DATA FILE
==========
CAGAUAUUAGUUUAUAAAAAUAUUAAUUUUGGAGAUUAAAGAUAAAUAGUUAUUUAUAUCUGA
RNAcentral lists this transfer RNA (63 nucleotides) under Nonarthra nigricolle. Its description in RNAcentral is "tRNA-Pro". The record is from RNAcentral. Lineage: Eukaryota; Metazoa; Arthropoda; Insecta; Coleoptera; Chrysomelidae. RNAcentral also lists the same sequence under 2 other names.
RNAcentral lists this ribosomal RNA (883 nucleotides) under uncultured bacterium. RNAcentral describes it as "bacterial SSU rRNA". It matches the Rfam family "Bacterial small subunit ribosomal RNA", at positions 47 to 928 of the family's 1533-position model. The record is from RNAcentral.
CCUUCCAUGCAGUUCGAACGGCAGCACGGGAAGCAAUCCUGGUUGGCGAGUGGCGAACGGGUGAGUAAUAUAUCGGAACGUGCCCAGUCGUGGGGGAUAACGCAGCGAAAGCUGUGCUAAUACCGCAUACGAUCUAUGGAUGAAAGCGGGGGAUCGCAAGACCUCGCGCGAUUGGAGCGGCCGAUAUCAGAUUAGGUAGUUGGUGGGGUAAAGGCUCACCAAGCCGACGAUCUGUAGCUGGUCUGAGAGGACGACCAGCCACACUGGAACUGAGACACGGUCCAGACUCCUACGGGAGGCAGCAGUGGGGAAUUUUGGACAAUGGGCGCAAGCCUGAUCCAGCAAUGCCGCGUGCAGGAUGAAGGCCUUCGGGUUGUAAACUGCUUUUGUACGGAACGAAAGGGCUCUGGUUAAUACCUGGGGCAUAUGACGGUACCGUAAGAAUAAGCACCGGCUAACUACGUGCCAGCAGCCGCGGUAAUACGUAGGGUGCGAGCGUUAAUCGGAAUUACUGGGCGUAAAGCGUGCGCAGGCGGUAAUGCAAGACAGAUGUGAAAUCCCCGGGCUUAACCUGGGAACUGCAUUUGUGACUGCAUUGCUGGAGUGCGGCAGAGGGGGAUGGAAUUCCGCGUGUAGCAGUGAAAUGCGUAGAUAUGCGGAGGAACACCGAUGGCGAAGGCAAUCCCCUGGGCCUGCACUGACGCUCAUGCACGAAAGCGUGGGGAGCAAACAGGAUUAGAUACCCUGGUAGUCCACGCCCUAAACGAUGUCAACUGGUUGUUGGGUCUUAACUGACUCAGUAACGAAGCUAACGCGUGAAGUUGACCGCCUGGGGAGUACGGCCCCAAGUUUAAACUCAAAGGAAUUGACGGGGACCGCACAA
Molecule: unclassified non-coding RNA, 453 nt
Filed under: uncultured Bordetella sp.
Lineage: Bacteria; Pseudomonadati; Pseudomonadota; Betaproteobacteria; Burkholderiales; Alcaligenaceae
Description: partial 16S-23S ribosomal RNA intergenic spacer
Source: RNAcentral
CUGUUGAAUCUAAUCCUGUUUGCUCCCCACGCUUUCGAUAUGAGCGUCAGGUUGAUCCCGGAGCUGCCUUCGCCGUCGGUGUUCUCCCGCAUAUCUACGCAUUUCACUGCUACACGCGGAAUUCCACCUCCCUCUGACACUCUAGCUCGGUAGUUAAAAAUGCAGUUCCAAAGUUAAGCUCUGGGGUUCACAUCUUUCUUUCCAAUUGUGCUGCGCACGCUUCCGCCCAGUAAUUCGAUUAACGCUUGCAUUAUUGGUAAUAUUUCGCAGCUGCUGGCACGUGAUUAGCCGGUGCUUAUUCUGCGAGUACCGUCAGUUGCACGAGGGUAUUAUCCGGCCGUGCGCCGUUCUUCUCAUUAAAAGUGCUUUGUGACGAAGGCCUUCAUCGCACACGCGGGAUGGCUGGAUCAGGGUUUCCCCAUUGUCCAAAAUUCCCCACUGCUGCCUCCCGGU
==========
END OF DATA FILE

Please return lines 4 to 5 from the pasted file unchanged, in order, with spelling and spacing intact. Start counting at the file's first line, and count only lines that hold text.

CCUUCCAUGCAGUUCGAACGGCAGCACGGGAAGCAAUCCUGGUUGGCGAGUGGCGAACGGGUGAGUAAUAUAUCGGAACGUGCCCAGUCGUGGGGGAUAACGCAGCGAAAGCUGUGCUAAUACCGCAUACGAUCUAUGGAUGAAAGCGGGGGAUCGCAAGACCUCGCGCGAUUGGAGCGGCCGAUAUCAGAUUAGGUAGUUGGUGGGGUAAAGGCUCACCAAGCCGACGAUCUGUAGCUGGUCUGAGAGGACGACCAGCCACACUGGAACUGAGACACGGUCCAGACUCCUACGGGAGGCAGCAGUGGGGAAUUUUGGACAAUGGGCGCAAGCCUGAUCCAGCAAUGCCGCGUGCAGGAUGAAGGCCUUCGGGUUGUAAACUGCUUUUGUACGGAACGAAAGGGCUCUGGUUAAUACCUGGGGCAUAUGACGGUACCGUAAGAAUAAGCACCGGCUAACUACGUGCCAGCAGCCGCGGUAAUACGUAGGGUGCGAGCGUUAAUCGGAAUUACUGGGCGUAAAGCGUGCGCAGGCGGUAAUGCAAGACAGAUGUGAAAUCCCCGGGCUUAACCUGGGAACUGCAUUUGUGACUGCAUUGCUGGAGUGCGGCAGAGGGGGAUGGAAUUCCGCGUGUAGCAGUGAAAUGCGUAGAUAUGCGGAGGAACACCGAUGGCGAAGGCAAUCCCCUGGGCCUGCACUGACGCUCAUGCACGAAAGCGUGGGGAGCAAACAGGAUUAGAUACCCUGGUAGUCCACGCCCUAAACGAUGUCAACUGGUUGUUGGGUCUUAACUGACUCAGUAACGAAGCUAACGCGUGAAGUUGACCGCCUGGGGAGUACGGCCCCAAGUUUAAACUCAAAGGAAUUGACGGGGACCGCACAA
Molecule: unclassified non-coding RNA, 453 nt